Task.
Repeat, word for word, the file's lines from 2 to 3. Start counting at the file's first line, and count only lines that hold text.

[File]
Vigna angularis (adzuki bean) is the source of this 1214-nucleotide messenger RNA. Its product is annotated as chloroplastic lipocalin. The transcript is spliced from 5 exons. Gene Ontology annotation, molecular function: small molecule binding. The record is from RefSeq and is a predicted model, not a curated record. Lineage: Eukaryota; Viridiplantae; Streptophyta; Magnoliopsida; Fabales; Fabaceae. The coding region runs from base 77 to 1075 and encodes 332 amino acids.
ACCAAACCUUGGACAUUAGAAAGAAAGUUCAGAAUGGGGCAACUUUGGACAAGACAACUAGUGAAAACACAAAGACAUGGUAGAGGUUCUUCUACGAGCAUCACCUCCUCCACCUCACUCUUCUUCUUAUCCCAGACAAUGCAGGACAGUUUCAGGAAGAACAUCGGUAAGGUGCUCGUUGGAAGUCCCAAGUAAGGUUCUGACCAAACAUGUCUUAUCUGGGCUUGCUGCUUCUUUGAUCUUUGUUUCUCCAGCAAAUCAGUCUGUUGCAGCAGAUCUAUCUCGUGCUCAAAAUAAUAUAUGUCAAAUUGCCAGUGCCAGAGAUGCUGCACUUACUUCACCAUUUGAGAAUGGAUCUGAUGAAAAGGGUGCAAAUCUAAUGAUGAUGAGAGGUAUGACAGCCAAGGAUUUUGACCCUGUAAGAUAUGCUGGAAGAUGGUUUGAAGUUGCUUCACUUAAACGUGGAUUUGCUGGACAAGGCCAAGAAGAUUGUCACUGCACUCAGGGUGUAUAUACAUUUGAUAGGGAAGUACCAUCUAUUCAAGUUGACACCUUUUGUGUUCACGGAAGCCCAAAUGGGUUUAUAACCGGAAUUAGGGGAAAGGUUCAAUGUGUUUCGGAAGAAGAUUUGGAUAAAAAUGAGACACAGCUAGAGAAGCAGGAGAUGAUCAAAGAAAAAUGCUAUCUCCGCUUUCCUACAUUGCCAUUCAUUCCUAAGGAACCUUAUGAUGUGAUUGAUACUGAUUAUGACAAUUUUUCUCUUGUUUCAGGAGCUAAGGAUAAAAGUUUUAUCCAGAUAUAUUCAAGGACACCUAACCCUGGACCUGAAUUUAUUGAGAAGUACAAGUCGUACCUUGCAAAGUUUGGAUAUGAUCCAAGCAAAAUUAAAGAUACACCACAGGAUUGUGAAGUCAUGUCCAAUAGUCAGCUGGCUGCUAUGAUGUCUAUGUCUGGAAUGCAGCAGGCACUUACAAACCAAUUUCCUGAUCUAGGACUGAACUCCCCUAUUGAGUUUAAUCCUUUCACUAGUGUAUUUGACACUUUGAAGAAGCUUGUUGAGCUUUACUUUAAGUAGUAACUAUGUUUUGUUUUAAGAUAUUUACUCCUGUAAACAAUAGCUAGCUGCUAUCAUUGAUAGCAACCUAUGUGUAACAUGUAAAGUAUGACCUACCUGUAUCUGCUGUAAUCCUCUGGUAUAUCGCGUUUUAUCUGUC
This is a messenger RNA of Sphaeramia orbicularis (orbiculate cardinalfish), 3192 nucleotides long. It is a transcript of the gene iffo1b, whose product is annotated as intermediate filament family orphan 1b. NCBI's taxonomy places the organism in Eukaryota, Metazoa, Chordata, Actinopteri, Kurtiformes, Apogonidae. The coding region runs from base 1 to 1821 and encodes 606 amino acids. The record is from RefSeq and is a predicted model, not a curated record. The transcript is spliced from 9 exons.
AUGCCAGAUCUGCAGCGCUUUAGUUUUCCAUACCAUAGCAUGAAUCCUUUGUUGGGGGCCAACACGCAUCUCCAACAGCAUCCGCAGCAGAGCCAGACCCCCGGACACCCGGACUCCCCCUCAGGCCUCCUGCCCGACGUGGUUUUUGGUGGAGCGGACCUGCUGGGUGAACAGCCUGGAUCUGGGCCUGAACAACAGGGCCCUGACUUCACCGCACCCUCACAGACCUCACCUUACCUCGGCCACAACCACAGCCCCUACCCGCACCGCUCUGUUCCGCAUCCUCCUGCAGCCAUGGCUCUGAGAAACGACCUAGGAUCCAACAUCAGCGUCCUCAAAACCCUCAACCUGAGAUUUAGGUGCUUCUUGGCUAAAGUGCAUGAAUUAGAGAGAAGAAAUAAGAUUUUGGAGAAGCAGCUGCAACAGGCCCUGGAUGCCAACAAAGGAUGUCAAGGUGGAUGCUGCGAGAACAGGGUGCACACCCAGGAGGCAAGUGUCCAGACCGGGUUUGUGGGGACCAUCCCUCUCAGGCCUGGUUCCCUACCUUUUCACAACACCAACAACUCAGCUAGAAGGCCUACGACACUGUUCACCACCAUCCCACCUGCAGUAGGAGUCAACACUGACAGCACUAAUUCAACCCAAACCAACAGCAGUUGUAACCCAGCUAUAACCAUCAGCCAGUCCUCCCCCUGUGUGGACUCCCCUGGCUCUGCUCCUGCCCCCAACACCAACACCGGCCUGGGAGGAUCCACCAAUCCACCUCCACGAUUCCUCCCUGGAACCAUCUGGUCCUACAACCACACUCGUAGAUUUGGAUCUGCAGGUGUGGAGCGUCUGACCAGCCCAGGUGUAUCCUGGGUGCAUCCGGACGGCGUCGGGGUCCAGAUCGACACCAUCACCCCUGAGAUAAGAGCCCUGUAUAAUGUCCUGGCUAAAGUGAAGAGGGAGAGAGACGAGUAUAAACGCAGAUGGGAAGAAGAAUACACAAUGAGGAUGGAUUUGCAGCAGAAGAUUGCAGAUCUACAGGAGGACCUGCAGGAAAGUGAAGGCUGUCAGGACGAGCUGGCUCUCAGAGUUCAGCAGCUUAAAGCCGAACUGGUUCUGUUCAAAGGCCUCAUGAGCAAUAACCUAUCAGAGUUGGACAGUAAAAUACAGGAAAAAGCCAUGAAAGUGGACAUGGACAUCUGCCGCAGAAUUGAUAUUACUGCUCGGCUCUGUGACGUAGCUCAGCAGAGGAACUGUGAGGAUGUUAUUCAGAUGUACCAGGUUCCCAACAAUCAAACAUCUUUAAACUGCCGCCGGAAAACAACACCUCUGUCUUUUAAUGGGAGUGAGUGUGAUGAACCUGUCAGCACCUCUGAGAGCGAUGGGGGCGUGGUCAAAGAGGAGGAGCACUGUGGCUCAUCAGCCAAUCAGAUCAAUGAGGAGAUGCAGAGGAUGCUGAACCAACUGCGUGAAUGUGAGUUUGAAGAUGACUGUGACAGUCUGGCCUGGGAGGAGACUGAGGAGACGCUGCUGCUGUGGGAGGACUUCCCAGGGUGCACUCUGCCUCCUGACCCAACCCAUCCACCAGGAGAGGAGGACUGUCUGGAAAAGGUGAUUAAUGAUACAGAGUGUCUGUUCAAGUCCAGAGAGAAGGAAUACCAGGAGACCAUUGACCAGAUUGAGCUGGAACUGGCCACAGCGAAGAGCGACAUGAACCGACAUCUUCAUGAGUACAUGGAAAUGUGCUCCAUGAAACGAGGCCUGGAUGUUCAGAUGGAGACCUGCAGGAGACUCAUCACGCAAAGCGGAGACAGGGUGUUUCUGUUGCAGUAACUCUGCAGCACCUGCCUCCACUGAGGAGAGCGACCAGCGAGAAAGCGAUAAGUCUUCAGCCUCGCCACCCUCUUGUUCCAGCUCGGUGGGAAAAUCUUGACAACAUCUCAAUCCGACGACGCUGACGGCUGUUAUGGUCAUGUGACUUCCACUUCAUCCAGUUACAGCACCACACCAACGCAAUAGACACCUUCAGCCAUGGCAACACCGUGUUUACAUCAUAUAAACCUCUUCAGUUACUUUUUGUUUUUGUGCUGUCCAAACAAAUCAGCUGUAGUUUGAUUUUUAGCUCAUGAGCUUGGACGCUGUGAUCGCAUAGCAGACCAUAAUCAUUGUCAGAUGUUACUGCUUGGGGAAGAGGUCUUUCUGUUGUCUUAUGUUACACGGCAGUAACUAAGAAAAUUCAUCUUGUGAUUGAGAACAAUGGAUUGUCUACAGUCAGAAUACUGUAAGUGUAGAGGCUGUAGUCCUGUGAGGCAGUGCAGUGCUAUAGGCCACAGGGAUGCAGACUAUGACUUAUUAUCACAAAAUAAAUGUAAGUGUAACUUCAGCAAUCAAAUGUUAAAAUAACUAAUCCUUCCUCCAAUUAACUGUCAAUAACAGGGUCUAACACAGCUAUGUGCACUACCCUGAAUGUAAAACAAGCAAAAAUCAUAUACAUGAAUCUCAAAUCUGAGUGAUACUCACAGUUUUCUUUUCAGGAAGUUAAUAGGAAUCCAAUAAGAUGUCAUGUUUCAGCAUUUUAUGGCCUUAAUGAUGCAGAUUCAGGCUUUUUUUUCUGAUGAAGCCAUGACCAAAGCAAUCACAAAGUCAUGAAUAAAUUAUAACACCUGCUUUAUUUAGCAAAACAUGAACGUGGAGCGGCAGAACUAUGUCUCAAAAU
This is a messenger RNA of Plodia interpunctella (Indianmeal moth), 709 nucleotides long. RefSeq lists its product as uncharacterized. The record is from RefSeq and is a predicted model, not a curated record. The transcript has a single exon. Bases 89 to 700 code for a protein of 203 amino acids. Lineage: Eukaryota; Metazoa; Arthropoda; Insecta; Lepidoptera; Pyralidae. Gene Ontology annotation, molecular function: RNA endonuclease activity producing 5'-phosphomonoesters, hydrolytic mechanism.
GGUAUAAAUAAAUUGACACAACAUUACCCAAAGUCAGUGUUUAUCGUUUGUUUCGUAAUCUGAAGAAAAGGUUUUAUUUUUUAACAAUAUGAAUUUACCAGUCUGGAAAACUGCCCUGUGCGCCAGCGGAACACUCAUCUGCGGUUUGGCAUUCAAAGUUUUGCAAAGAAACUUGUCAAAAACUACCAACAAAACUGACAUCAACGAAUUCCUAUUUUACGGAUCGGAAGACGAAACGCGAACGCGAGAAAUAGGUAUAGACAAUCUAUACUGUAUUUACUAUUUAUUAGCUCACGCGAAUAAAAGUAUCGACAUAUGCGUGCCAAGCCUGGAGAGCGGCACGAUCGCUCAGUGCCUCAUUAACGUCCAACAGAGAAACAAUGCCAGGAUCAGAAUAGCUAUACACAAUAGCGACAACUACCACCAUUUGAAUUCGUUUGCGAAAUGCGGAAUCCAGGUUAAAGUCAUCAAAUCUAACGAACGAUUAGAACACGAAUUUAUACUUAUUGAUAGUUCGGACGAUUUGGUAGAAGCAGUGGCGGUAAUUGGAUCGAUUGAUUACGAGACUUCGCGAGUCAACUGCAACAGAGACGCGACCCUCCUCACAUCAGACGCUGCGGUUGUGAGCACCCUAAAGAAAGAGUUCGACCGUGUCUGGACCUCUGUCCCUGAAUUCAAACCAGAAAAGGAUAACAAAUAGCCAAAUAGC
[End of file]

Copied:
ACCAAACCUUGGACAUUAGAAAGAAAGUUCAGAAUGGGGCAACUUUGGACAAGACAACUAGUGAAAACACAAAGACAUGGUAGAGGUUCUUCUACGAGCAUCACCUCCUCCACCUCACUCUUCUUCUUAUCCCAGACAAUGCAGGACAGUUUCAGGAAGAACAUCGGUAAGGUGCUCGUUGGAAGUCCCAAGUAAGGUUCUGACCAAACAUGUCUUAUCUGGGCUUGCUGCUUCUUUGAUCUUUGUUUCUCCAGCAAAUCAGUCUGUUGCAGCAGAUCUAUCUCGUGCUCAAAAUAAUAUAUGUCAAAUUGCCAGUGCCAGAGAUGCUGCACUUACUUCACCAUUUGAGAAUGGAUCUGAUGAAAAGGGUGCAAAUCUAAUGAUGAUGAGAGGUAUGACAGCCAAGGAUUUUGACCCUGUAAGAUAUGCUGGAAGAUGGUUUGAAGUUGCUUCACUUAAACGUGGAUUUGCUGGACAAGGCCAAGAAGAUUGUCACUGCACUCAGGGUGUAUAUACAUUUGAUAGGGAAGUACCAUCUAUUCAAGUUGACACCUUUUGUGUUCACGGAAGCCCAAAUGGGUUUAUAACCGGAAUUAGGGGAAAGGUUCAAUGUGUUUCGGAAGAAGAUUUGGAUAAAAAUGAGACACAGCUAGAGAAGCAGGAGAUGAUCAAAGAAAAAUGCUAUCUCCGCUUUCCUACAUUGCCAUUCAUUCCUAAGGAACCUUAUGAUGUGAUUGAUACUGAUUAUGACAAUUUUUCUCUUGUUUCAGGAGCUAAGGAUAAAAGUUUUAUCCAGAUAUAUUCAAGGACACCUAACCCUGGACCUGAAUUUAUUGAGAAGUACAAGUCGUACCUUGCAAAGUUUGGAUAUGAUCCAAGCAAAAUUAAAGAUACACCACAGGAUUGUGAAGUCAUGUCCAAUAGUCAGCUGGCUGCUAUGAUGUCUAUGUCUGGAAUGCAGCAGGCACUUACAAACCAAUUUCCUGAUCUAGGACUGAACUCCCCUAUUGAGUUUAAUCCUUUCACUAGUGUAUUUGACACUUUGAAGAAGCUUGUUGAGCUUUACUUUAAGUAGUAACUAUGUUUUGUUUUAAGAUAUUUACUCCUGUAAACAAUAGCUAGCUGCUAUCAUUGAUAGCAACCUAUGUGUAACAUGUAAAGUAUGACCUACCUGUAUCUGCUGUAAUCCUCUGGUAUAUCGCGUUUUAUCUGUC
This is a messenger RNA of Sphaeramia orbicularis (orbiculate cardinalfish), 3192 nucleotides long. It is a transcript of the gene iffo1b, whose product is annotated as intermediate filament family orphan 1b. NCBI's taxonomy places the organism in Eukaryota, Metazoa, Chordata, Actinopteri, Kurtiformes, Apogonidae. The coding region runs from base 1 to 1821 and encodes 606 amino acids. The record is from RefSeq and is a predicted model, not a curated record. The transcript is spliced from 9 exons.